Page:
In November 1971, the city’s Air Pollution Control Board invited neighborhood comment in public hearings concerning the Glidden Chemical Company. Someone complained that on days when the odor was thickest, she hardly could breathe. Another neighbor described the smell, which gave him constant headaches, as that of a “polecat boiled in sauerkraut.” One neighbor testified that even on its least offensive days, Glidden’s odors resided deep “in his furniture and clothes.” He could drive nowhere else in the city, nor leave the city, nor visit his relatives in Georgia and Alabama, without stinking of rotten eggs and sickened syrup. The smell coated him like a second skin.
But Robert P.T. Young, Glidden’s vice president, testified to his company’s strides toward good citizenship in the decade since he’d arrived. He’d personally supervised neighborhood cleanups, wading through Moncrief Creek, lifting out car tires, refrigerators, clumps of what might be bone or extirpated tree root systems, declaring the “air in the vicinity of the Jacksonville factory […] as safe as it was in 1909.”
In 1980, a study for the mayor’s office conducted by Environmental Science and Engineering of Gainesville, listed the plant, then called SCM Organics, one of the city’s four largest odor producers.
In 1985, WJXT-TV produced a documentary, parts of which aired nationally, called The Smell of Money. The title came from a comment by CSX Transportation Chairman Prime Osborn, who said that to him, the city’s “odor smells like money,” since olfactory offenders raked in big revenues as part of the Jacksonville economy.
An older Jacksonville resident named Joseph Hagan told filmmakers, “You can feel it goin’ down in your lungs, and it’s just cuttin’, it seem like, acid-like.”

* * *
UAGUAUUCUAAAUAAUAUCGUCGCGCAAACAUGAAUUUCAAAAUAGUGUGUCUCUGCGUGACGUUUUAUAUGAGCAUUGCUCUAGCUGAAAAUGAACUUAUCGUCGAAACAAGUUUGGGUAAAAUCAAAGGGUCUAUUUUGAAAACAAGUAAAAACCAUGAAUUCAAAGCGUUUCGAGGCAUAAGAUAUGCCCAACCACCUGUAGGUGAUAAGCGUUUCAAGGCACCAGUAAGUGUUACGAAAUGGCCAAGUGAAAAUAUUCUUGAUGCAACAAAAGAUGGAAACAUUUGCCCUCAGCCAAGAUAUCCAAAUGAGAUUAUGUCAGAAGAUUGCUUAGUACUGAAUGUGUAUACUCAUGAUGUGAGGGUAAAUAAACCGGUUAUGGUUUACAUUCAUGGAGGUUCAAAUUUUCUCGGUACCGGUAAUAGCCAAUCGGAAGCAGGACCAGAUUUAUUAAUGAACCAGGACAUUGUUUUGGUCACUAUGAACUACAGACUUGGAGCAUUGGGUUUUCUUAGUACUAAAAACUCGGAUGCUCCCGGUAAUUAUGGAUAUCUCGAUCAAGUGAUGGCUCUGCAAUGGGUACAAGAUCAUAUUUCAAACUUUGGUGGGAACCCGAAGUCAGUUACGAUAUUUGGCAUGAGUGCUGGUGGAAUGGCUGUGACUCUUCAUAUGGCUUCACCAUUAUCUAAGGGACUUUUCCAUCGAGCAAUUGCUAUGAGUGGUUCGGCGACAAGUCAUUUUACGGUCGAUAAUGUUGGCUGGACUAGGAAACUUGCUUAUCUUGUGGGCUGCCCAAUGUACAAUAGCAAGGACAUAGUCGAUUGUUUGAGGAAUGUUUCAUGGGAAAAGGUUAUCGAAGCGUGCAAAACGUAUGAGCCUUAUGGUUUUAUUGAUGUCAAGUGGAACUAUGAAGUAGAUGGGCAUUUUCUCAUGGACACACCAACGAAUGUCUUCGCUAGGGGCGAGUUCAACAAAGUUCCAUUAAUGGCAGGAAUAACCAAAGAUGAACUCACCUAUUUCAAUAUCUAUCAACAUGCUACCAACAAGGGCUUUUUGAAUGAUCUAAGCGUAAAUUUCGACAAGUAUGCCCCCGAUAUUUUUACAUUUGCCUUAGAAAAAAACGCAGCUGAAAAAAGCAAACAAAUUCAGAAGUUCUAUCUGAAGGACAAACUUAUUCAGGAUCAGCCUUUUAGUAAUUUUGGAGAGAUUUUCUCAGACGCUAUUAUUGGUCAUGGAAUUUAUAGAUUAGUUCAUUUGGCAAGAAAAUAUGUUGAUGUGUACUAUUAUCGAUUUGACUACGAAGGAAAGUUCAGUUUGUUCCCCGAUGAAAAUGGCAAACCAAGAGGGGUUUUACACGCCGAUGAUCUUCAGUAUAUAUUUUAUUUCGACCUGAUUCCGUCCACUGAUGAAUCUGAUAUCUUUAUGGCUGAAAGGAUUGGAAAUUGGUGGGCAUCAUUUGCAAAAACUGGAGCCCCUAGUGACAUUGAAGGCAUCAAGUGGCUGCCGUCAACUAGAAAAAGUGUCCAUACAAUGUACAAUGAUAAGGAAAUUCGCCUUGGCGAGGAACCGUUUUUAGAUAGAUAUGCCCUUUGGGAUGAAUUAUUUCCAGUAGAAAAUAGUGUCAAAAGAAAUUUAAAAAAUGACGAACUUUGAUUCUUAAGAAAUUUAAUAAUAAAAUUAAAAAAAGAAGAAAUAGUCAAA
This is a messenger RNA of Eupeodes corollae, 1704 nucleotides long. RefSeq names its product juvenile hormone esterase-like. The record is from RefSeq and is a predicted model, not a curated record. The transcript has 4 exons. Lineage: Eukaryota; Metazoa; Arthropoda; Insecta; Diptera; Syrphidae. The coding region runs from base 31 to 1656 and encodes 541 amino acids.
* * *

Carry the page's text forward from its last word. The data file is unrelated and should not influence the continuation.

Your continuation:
An older woman named Mattie Browning, whose entire Arlington neighborhood was evacuated in 1980 after a Union Camp Corporation chemical spill just across the St. Johns River, told filmmakers she’d had to wear face masks to work outside and go to bed at night. Her lungs once could handle the noxious effluvia, but after the Union Camp Spill, her body couldn’t bear the air inside her own home.
“It makes my life miserable,” she said, “and the damage that was done through this pollution has caused my condition to worsen.”
In October 1987, William C. Gentry, Tommy Hazouri’s self-appointed environmental special counsel, advised the mayor that Jacksonville’s paper mills were adopting new technologies to tamp down and eventually eliminate odors. Chemical companies Union Camp Corporation and SCM Glidco, however, were not. Gentry’s advice and reports from the city’s Division of Bio-Environmental Services would help shape Hazouri’s Omnibus Environmental Ordinance.
Gentry declared SCM Glidco “the single major odor producing source in the community.” Not only did Glidco’s sulfurous and sickly-sweet smells film the neighborhoods along Moncrief Creek and the southside of the Trout River like atmospheric scum, but, as James Crooks documents in Jacksonville: The Consolidation Story, Glidco dumped chemical waste “into streams and sewers, flowing untreated into the city’s sewage treatment plant [in an] amount […] one hundred times more than the Buckman plant could treat without causing its own odor nuisance. Ninety-five percent of those pollutants came from SCM Glidco.”
A 1987 grand jury indicted Jefferson Smurfit, Seminole Kraft, Union Camp and SCM Glidco for violations of antipollution laws on both state and city levels, charging the companies sunk property values and made residents sick. When the companies challenged the finding, courts upheld the civil basis of the law, but decided against criminal portions. The grand jury had been clear in citing all four companies for “criminal negligence.”